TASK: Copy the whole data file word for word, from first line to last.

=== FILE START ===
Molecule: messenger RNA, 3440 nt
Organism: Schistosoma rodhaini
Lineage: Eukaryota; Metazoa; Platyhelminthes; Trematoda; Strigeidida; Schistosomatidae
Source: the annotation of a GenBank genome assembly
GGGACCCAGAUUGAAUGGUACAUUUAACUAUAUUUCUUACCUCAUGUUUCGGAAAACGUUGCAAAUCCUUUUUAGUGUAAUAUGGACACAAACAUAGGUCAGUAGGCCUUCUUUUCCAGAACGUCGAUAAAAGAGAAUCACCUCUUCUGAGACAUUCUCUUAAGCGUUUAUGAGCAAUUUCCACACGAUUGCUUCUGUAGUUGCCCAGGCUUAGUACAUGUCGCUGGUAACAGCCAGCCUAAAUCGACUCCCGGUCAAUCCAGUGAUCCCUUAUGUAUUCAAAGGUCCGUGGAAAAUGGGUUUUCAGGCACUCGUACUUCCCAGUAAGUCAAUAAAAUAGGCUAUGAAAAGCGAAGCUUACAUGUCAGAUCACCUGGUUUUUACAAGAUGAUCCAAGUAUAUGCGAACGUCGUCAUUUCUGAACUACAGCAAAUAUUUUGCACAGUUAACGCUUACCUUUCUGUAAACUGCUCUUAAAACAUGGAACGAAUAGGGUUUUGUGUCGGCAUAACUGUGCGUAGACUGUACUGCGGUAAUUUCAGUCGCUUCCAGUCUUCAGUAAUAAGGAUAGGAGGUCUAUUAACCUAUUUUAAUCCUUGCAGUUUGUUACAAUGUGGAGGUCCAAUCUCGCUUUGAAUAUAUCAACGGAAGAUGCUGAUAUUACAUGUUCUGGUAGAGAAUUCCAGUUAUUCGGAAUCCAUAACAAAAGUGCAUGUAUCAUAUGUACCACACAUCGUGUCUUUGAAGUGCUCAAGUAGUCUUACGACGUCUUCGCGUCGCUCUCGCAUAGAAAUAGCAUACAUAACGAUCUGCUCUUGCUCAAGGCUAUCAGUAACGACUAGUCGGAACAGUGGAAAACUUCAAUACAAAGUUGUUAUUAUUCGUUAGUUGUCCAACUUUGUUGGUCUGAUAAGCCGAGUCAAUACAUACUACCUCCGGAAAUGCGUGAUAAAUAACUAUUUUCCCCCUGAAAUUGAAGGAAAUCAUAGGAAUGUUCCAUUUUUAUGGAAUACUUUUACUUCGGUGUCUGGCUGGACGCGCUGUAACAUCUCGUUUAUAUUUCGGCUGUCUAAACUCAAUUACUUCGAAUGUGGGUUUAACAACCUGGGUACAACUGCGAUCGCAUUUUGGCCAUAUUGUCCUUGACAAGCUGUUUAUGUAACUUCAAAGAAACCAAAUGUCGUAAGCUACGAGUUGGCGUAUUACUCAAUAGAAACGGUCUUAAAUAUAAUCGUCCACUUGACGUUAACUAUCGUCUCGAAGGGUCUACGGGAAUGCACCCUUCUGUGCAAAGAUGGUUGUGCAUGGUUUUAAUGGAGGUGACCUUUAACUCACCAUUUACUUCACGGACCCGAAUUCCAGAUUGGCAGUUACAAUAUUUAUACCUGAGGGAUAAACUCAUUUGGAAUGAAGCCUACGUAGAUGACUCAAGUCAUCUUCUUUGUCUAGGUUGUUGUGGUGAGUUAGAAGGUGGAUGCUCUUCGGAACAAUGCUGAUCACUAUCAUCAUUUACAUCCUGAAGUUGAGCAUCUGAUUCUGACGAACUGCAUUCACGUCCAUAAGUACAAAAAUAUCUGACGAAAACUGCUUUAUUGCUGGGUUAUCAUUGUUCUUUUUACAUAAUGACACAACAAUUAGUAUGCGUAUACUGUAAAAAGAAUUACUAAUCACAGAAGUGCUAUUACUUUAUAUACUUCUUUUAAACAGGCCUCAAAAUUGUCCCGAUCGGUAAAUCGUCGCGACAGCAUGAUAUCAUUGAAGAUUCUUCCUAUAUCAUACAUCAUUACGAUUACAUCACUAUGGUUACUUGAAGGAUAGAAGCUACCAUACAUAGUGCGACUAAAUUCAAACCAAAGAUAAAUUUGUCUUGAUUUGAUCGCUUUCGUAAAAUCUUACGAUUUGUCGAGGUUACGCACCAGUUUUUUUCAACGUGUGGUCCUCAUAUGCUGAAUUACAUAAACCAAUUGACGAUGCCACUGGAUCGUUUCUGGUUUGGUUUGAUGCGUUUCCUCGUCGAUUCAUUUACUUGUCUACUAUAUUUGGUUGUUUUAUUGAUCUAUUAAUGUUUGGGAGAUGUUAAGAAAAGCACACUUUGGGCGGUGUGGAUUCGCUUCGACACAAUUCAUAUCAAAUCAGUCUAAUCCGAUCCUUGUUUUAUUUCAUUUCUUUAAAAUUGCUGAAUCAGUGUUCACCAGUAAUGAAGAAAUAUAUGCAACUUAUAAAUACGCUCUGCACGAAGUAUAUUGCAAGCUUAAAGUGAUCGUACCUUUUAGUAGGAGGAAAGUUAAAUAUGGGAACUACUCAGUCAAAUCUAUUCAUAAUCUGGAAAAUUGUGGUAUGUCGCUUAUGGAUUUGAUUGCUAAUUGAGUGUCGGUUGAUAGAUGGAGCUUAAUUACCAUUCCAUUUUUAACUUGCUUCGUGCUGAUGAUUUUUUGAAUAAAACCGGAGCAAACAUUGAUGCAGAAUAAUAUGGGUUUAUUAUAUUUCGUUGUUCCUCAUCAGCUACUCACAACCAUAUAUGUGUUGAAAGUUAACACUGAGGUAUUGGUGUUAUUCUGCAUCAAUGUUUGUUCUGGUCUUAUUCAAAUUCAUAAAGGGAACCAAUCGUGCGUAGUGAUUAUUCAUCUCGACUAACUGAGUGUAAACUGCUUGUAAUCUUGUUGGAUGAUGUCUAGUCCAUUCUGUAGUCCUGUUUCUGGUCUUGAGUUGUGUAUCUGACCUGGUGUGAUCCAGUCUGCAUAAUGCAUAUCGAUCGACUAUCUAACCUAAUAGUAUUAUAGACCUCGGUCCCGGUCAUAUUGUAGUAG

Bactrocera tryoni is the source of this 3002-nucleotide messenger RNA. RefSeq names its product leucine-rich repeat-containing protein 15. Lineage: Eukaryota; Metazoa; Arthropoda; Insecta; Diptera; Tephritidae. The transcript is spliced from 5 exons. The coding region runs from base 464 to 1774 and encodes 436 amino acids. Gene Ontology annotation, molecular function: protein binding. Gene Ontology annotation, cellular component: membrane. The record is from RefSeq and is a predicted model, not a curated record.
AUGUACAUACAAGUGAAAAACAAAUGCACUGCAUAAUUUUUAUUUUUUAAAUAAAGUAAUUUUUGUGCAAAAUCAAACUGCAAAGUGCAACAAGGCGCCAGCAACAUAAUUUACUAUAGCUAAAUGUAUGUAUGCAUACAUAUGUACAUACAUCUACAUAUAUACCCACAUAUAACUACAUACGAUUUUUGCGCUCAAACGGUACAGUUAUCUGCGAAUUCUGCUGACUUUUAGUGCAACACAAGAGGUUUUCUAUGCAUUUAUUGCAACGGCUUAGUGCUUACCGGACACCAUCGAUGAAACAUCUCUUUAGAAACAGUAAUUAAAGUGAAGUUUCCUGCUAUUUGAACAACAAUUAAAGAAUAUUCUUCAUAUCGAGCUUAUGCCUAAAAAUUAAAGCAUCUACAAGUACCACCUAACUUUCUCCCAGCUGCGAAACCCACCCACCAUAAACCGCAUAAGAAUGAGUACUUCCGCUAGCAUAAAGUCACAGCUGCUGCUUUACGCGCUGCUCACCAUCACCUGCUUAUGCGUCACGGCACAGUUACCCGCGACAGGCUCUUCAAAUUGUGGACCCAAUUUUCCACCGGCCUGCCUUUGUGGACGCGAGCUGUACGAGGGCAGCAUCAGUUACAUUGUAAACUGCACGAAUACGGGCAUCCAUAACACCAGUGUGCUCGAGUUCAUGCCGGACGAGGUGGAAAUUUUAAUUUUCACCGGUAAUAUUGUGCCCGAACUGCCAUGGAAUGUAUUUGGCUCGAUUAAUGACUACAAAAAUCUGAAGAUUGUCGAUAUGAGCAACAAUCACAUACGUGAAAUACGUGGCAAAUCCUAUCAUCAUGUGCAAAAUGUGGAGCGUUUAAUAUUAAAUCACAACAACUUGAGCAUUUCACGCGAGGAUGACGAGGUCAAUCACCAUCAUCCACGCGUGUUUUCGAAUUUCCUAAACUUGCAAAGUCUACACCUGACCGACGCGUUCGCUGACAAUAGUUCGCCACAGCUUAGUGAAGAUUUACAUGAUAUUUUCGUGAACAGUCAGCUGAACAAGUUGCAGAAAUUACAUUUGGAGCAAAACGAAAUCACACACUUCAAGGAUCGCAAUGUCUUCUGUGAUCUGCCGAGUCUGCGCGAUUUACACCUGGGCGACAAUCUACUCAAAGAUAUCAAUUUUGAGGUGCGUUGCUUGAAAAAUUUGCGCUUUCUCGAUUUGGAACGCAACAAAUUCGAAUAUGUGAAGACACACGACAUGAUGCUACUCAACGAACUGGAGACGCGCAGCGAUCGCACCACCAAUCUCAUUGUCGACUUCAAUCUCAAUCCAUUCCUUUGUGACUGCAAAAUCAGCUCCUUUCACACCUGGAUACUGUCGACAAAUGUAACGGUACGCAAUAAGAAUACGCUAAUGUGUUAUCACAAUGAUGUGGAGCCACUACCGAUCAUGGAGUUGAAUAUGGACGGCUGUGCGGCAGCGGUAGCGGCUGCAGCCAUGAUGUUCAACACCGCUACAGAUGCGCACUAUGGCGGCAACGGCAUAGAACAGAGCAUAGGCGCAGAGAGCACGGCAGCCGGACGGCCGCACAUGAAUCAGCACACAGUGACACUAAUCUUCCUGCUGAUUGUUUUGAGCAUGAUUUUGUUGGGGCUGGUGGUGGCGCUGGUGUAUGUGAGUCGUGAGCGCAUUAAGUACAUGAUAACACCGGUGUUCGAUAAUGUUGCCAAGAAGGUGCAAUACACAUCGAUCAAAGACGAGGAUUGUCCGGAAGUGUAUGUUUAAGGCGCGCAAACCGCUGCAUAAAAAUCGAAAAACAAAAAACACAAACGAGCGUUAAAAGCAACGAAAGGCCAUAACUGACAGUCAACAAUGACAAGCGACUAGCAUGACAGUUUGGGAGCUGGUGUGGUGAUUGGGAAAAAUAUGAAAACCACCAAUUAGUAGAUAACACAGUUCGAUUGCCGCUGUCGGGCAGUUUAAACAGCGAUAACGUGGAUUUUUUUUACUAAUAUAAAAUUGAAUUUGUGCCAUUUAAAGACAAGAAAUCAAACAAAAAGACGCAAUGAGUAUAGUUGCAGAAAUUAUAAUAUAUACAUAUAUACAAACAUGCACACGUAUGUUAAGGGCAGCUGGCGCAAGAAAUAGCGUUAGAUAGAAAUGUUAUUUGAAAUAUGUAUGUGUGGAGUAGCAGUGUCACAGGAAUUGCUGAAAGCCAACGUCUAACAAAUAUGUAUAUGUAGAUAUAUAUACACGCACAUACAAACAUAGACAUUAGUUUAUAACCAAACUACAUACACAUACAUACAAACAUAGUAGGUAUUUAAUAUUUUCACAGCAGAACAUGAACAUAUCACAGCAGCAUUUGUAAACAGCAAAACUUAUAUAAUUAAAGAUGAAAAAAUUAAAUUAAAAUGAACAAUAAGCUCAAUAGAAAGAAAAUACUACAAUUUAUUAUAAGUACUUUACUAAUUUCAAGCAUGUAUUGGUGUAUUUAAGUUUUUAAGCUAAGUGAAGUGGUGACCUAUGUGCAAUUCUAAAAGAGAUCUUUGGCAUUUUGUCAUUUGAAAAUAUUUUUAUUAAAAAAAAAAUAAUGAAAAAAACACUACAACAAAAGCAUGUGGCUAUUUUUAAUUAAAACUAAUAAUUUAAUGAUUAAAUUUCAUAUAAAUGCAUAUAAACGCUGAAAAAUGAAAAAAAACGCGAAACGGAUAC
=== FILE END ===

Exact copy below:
Molecule: messenger RNA, 3440 nt
Organism: Schistosoma rodhaini
Lineage: Eukaryota; Metazoa; Platyhelminthes; Trematoda; Strigeidida; Schistosomatidae
Source: the annotation of a GenBank genome assembly
GGGACCCAGAUUGAAUGGUACAUUUAACUAUAUUUCUUACCUCAUGUUUCGGAAAACGUUGCAAAUCCUUUUUAGUGUAAUAUGGACACAAACAUAGGUCAGUAGGCCUUCUUUUCCAGAACGUCGAUAAAAGAGAAUCACCUCUUCUGAGACAUUCUCUUAAGCGUUUAUGAGCAAUUUCCACACGAUUGCUUCUGUAGUUGCCCAGGCUUAGUACAUGUCGCUGGUAACAGCCAGCCUAAAUCGACUCCCGGUCAAUCCAGUGAUCCCUUAUGUAUUCAAAGGUCCGUGGAAAAUGGGUUUUCAGGCACUCGUACUUCCCAGUAAGUCAAUAAAAUAGGCUAUGAAAAGCGAAGCUUACAUGUCAGAUCACCUGGUUUUUACAAGAUGAUCCAAGUAUAUGCGAACGUCGUCAUUUCUGAACUACAGCAAAUAUUUUGCACAGUUAACGCUUACCUUUCUGUAAACUGCUCUUAAAACAUGGAACGAAUAGGGUUUUGUGUCGGCAUAACUGUGCGUAGACUGUACUGCGGUAAUUUCAGUCGCUUCCAGUCUUCAGUAAUAAGGAUAGGAGGUCUAUUAACCUAUUUUAAUCCUUGCAGUUUGUUACAAUGUGGAGGUCCAAUCUCGCUUUGAAUAUAUCAACGGAAGAUGCUGAUAUUACAUGUUCUGGUAGAGAAUUCCAGUUAUUCGGAAUCCAUAACAAAAGUGCAUGUAUCAUAUGUACCACACAUCGUGUCUUUGAAGUGCUCAAGUAGUCUUACGACGUCUUCGCGUCGCUCUCGCAUAGAAAUAGCAUACAUAACGAUCUGCUCUUGCUCAAGGCUAUCAGUAACGACUAGUCGGAACAGUGGAAAACUUCAAUACAAAGUUGUUAUUAUUCGUUAGUUGUCCAACUUUGUUGGUCUGAUAAGCCGAGUCAAUACAUACUACCUCCGGAAAUGCGUGAUAAAUAACUAUUUUCCCCCUGAAAUUGAAGGAAAUCAUAGGAAUGUUCCAUUUUUAUGGAAUACUUUUACUUCGGUGUCUGGCUGGACGCGCUGUAACAUCUCGUUUAUAUUUCGGCUGUCUAAACUCAAUUACUUCGAAUGUGGGUUUAACAACCUGGGUACAACUGCGAUCGCAUUUUGGCCAUAUUGUCCUUGACAAGCUGUUUAUGUAACUUCAAAGAAACCAAAUGUCGUAAGCUACGAGUUGGCGUAUUACUCAAUAGAAACGGUCUUAAAUAUAAUCGUCCACUUGACGUUAACUAUCGUCUCGAAGGGUCUACGGGAAUGCACCCUUCUGUGCAAAGAUGGUUGUGCAUGGUUUUAAUGGAGGUGACCUUUAACUCACCAUUUACUUCACGGACCCGAAUUCCAGAUUGGCAGUUACAAUAUUUAUACCUGAGGGAUAAACUCAUUUGGAAUGAAGCCUACGUAGAUGACUCAAGUCAUCUUCUUUGUCUAGGUUGUUGUGGUGAGUUAGAAGGUGGAUGCUCUUCGGAACAAUGCUGAUCACUAUCAUCAUUUACAUCCUGAAGUUGAGCAUCUGAUUCUGACGAACUGCAUUCACGUCCAUAAGUACAAAAAUAUCUGACGAAAACUGCUUUAUUGCUGGGUUAUCAUUGUUCUUUUUACAUAAUGACACAACAAUUAGUAUGCGUAUACUGUAAAAAGAAUUACUAAUCACAGAAGUGCUAUUACUUUAUAUACUUCUUUUAAACAGGCCUCAAAAUUGUCCCGAUCGGUAAAUCGUCGCGACAGCAUGAUAUCAUUGAAGAUUCUUCCUAUAUCAUACAUCAUUACGAUUACAUCACUAUGGUUACUUGAAGGAUAGAAGCUACCAUACAUAGUGCGACUAAAUUCAAACCAAAGAUAAAUUUGUCUUGAUUUGAUCGCUUUCGUAAAAUCUUACGAUUUGUCGAGGUUACGCACCAGUUUUUUUCAACGUGUGGUCCUCAUAUGCUGAAUUACAUAAACCAAUUGACGAUGCCACUGGAUCGUUUCUGGUUUGGUUUGAUGCGUUUCCUCGUCGAUUCAUUUACUUGUCUACUAUAUUUGGUUGUUUUAUUGAUCUAUUAAUGUUUGGGAGAUGUUAAGAAAAGCACACUUUGGGCGGUGUGGAUUCGCUUCGACACAAUUCAUAUCAAAUCAGUCUAAUCCGAUCCUUGUUUUAUUUCAUUUCUUUAAAAUUGCUGAAUCAGUGUUCACCAGUAAUGAAGAAAUAUAUGCAACUUAUAAAUACGCUCUGCACGAAGUAUAUUGCAAGCUUAAAGUGAUCGUACCUUUUAGUAGGAGGAAAGUUAAAUAUGGGAACUACUCAGUCAAAUCUAUUCAUAAUCUGGAAAAUUGUGGUAUGUCGCUUAUGGAUUUGAUUGCUAAUUGAGUGUCGGUUGAUAGAUGGAGCUUAAUUACCAUUCCAUUUUUAACUUGCUUCGUGCUGAUGAUUUUUUGAAUAAAACCGGAGCAAACAUUGAUGCAGAAUAAUAUGGGUUUAUUAUAUUUCGUUGUUCCUCAUCAGCUACUCACAACCAUAUAUGUGUUGAAAGUUAACACUGAGGUAUUGGUGUUAUUCUGCAUCAAUGUUUGUUCUGGUCUUAUUCAAAUUCAUAAAGGGAACCAAUCGUGCGUAGUGAUUAUUCAUCUCGACUAACUGAGUGUAAACUGCUUGUAAUCUUGUUGGAUGAUGUCUAGUCCAUUCUGUAGUCCUGUUUCUGGUCUUGAGUUGUGUAUCUGACCUGGUGUGAUCCAGUCUGCAUAAUGCAUAUCGAUCGACUAUCUAACCUAAUAGUAUUAUAGACCUCGGUCCCGGUCAUAUUGUAGUAG

Bactrocera tryoni is the source of this 3002-nucleotide messenger RNA. RefSeq names its product leucine-rich repeat-containing protein 15. Lineage: Eukaryota; Metazoa; Arthropoda; Insecta; Diptera; Tephritidae. The transcript is spliced from 5 exons. The coding region runs from base 464 to 1774 and encodes 436 amino acids. Gene Ontology annotation, molecular function: protein binding. Gene Ontology annotation, cellular component: membrane. The record is from RefSeq and is a predicted model, not a curated record.
AUGUACAUACAAGUGAAAAACAAAUGCACUGCAUAAUUUUUAUUUUUUAAAUAAAGUAAUUUUUGUGCAAAAUCAAACUGCAAAGUGCAACAAGGCGCCAGCAACAUAAUUUACUAUAGCUAAAUGUAUGUAUGCAUACAUAUGUACAUACAUCUACAUAUAUACCCACAUAUAACUACAUACGAUUUUUGCGCUCAAACGGUACAGUUAUCUGCGAAUUCUGCUGACUUUUAGUGCAACACAAGAGGUUUUCUAUGCAUUUAUUGCAACGGCUUAGUGCUUACCGGACACCAUCGAUGAAACAUCUCUUUAGAAACAGUAAUUAAAGUGAAGUUUCCUGCUAUUUGAACAACAAUUAAAGAAUAUUCUUCAUAUCGAGCUUAUGCCUAAAAAUUAAAGCAUCUACAAGUACCACCUAACUUUCUCCCAGCUGCGAAACCCACCCACCAUAAACCGCAUAAGAAUGAGUACUUCCGCUAGCAUAAAGUCACAGCUGCUGCUUUACGCGCUGCUCACCAUCACCUGCUUAUGCGUCACGGCACAGUUACCCGCGACAGGCUCUUCAAAUUGUGGACCCAAUUUUCCACCGGCCUGCCUUUGUGGACGCGAGCUGUACGAGGGCAGCAUCAGUUACAUUGUAAACUGCACGAAUACGGGCAUCCAUAACACCAGUGUGCUCGAGUUCAUGCCGGACGAGGUGGAAAUUUUAAUUUUCACCGGUAAUAUUGUGCCCGAACUGCCAUGGAAUGUAUUUGGCUCGAUUAAUGACUACAAAAAUCUGAAGAUUGUCGAUAUGAGCAACAAUCACAUACGUGAAAUACGUGGCAAAUCCUAUCAUCAUGUGCAAAAUGUGGAGCGUUUAAUAUUAAAUCACAACAACUUGAGCAUUUCACGCGAGGAUGACGAGGUCAAUCACCAUCAUCCACGCGUGUUUUCGAAUUUCCUAAACUUGCAAAGUCUACACCUGACCGACGCGUUCGCUGACAAUAGUUCGCCACAGCUUAGUGAAGAUUUACAUGAUAUUUUCGUGAACAGUCAGCUGAACAAGUUGCAGAAAUUACAUUUGGAGCAAAACGAAAUCACACACUUCAAGGAUCGCAAUGUCUUCUGUGAUCUGCCGAGUCUGCGCGAUUUACACCUGGGCGACAAUCUACUCAAAGAUAUCAAUUUUGAGGUGCGUUGCUUGAAAAAUUUGCGCUUUCUCGAUUUGGAACGCAACAAAUUCGAAUAUGUGAAGACACACGACAUGAUGCUACUCAACGAACUGGAGACGCGCAGCGAUCGCACCACCAAUCUCAUUGUCGACUUCAAUCUCAAUCCAUUCCUUUGUGACUGCAAAAUCAGCUCCUUUCACACCUGGAUACUGUCGACAAAUGUAACGGUACGCAAUAAGAAUACGCUAAUGUGUUAUCACAAUGAUGUGGAGCCACUACCGAUCAUGGAGUUGAAUAUGGACGGCUGUGCGGCAGCGGUAGCGGCUGCAGCCAUGAUGUUCAACACCGCUACAGAUGCGCACUAUGGCGGCAACGGCAUAGAACAGAGCAUAGGCGCAGAGAGCACGGCAGCCGGACGGCCGCACAUGAAUCAGCACACAGUGACACUAAUCUUCCUGCUGAUUGUUUUGAGCAUGAUUUUGUUGGGGCUGGUGGUGGCGCUGGUGUAUGUGAGUCGUGAGCGCAUUAAGUACAUGAUAACACCGGUGUUCGAUAAUGUUGCCAAGAAGGUGCAAUACACAUCGAUCAAAGACGAGGAUUGUCCGGAAGUGUAUGUUUAAGGCGCGCAAACCGCUGCAUAAAAAUCGAAAAACAAAAAACACAAACGAGCGUUAAAAGCAACGAAAGGCCAUAACUGACAGUCAACAAUGACAAGCGACUAGCAUGACAGUUUGGGAGCUGGUGUGGUGAUUGGGAAAAAUAUGAAAACCACCAAUUAGUAGAUAACACAGUUCGAUUGCCGCUGUCGGGCAGUUUAAACAGCGAUAACGUGGAUUUUUUUUACUAAUAUAAAAUUGAAUUUGUGCCAUUUAAAGACAAGAAAUCAAACAAAAAGACGCAAUGAGUAUAGUUGCAGAAAUUAUAAUAUAUACAUAUAUACAAACAUGCACACGUAUGUUAAGGGCAGCUGGCGCAAGAAAUAGCGUUAGAUAGAAAUGUUAUUUGAAAUAUGUAUGUGUGGAGUAGCAGUGUCACAGGAAUUGCUGAAAGCCAACGUCUAACAAAUAUGUAUAUGUAGAUAUAUAUACACGCACAUACAAACAUAGACAUUAGUUUAUAACCAAACUACAUACACAUACAUACAAACAUAGUAGGUAUUUAAUAUUUUCACAGCAGAACAUGAACAUAUCACAGCAGCAUUUGUAAACAGCAAAACUUAUAUAAUUAAAGAUGAAAAAAUUAAAUUAAAAUGAACAAUAAGCUCAAUAGAAAGAAAAUACUACAAUUUAUUAUAAGUACUUUACUAAUUUCAAGCAUGUAUUGGUGUAUUUAAGUUUUUAAGCUAAGUGAAGUGGUGACCUAUGUGCAAUUCUAAAAGAGAUCUUUGGCAUUUUGUCAUUUGAAAAUAUUUUUAUUAAAAAAAAAAUAAUGAAAAAAACACUACAACAAAAGCAUGUGGCUAUUUUUAAUUAAAACUAAUAAUUUAAUGAUUAAAUUUCAUAUAAAUGCAUAUAAACGCUGAAAAAUGAAAAAAAACGCGAAACGGAUAC